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Teaching America to Read Was the Perfect Life Mission for Barbara Bush

Alana Abramson

Barbara Bush, who died Tuesday night at 92, is only the second first lady in American history to have both married and birthed a president. (Abigail Adams was the first.) But while that tidbit will inevitably make its way into the history books, her initiative to promote literacy is the core tenet of her legacy.

First ladies often pick areas of policy to champion—and Bush chose literacy. She launched a literacy foundation in her name in 1989, the first year of her husband’s presidency. The goal of the Barbara Bush Foundation for Family Literacy is to ensure that every child, regardless of socioeconomic status, has access to educational opportunities to teach them reading and writing.

“If we don’t give everyone the ability to simply read and write, we aren’t giving everyone a chance to succeed,” she had said, a quote posted on her foundation’s website.

Bush often stayed out of policy debates, at least publicly, but she did advocate for the National Literacy Act of 1991, which aims to strengthen adult literacy programs and ensure universal literacy. “Literacy is where education begins. I first understood the truth of that statement by watching Barbara in her work that still continues, working her heart out for literacy,” her husband, former President George H.W. Bush, said in homage to her at the signing of the bill.

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“Literacy is her major legacy,” said Myra Gutin, a professor of communication at Rider University and the author of Barbara Bush: First Lady of Literacy. “She had been interested in literacy for years before she was First Lady and her interest continued after she left the White House.”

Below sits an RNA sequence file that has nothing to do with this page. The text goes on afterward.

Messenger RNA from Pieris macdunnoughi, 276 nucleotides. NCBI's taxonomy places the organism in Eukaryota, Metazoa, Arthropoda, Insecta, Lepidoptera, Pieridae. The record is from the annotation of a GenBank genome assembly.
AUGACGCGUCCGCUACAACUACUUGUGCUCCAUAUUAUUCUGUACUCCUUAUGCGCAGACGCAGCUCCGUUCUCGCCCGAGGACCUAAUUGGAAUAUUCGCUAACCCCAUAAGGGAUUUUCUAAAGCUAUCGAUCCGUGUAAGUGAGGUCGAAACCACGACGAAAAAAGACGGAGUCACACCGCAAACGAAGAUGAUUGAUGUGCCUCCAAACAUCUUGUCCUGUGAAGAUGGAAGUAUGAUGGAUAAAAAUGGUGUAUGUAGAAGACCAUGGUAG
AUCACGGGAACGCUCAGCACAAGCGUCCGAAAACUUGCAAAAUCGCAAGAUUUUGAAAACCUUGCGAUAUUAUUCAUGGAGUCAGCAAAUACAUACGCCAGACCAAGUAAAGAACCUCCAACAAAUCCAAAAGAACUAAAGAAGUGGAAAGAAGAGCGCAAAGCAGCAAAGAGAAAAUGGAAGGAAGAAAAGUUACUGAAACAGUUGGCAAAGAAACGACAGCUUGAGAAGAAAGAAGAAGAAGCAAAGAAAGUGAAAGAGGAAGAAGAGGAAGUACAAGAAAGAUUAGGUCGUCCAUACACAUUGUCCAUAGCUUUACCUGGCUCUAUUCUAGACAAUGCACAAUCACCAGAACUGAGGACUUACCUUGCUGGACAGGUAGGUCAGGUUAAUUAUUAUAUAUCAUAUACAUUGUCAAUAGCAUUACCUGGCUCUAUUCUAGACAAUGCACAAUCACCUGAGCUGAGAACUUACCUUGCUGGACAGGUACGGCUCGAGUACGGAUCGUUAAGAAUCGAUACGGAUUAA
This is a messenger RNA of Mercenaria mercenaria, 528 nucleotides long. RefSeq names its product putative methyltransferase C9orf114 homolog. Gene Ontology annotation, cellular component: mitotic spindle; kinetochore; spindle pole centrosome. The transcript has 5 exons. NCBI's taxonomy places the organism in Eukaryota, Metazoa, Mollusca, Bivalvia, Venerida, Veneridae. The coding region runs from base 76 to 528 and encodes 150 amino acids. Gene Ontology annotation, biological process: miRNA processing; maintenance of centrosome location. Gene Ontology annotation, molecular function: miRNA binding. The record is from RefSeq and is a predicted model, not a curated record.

In addition to her two memoirs, Bush also authored two books while she was first lady, both written from the perspective of her dogs. But even after leaving public office, her commitment to improving America’s literacy continued—with initiatives like a partnership with NFL player J.J. Watt to encourage parents to read to their children—until the end of her life.

The usual narrative about Bush’s interest in literacy is that it sprang from her experiences with her son Neil, who is dyslexic. She helped him through the arduous process of learning to read, and defied the educators at his Washington, D.C. prep school who said he would be unable to graduate high school. (Neil now chairs his mother’s foundation). But Bush’s choice to champion literacy is also indicative of her persona—and legacy—as a whole, say both Gutin and James Engel, a presidential historian at Southern Methodist University.

“She very wisely chose an issue people couldn’t really object to,” said Engel. “The problem would be worse were it not for Barbara Bush’s efforts.”

Throughout her life in the political spotlight, Bush was deliberate about picking causes to publicly champion, letting her opinions be known—without generating the type of controversy that might overshadow the career objectives of her husband.

“It seems to me that the literacy initiative is pragmatic and as pragmatic as Barbara Bush [tended] to be,” said Gutin. “It made sense to her.”

Engel also said toeing this line gave her room to really assert herself when she felt something was important. Like in 1989, when, two months after her husband’s inauguration, she visited a residential home for babies infected with AIDS and publicly kissed a child and hugged an adult diagnosed with HIV, defying the conventional wisdom at the time that the disease was contagious.

“We’ve had so much trouble with all the talk about the dangers of personal contact. Here, the first lady isn’t afraid—and that’s worth more than a thousand public service announcements,” one administrator of an AIDS clinic in D.C. told the Washington Post at the time.

“She was a straight forward talker, thinker and actor,” said Engel. “She was not interested in hiding her opinion when she didn’t want it hid.”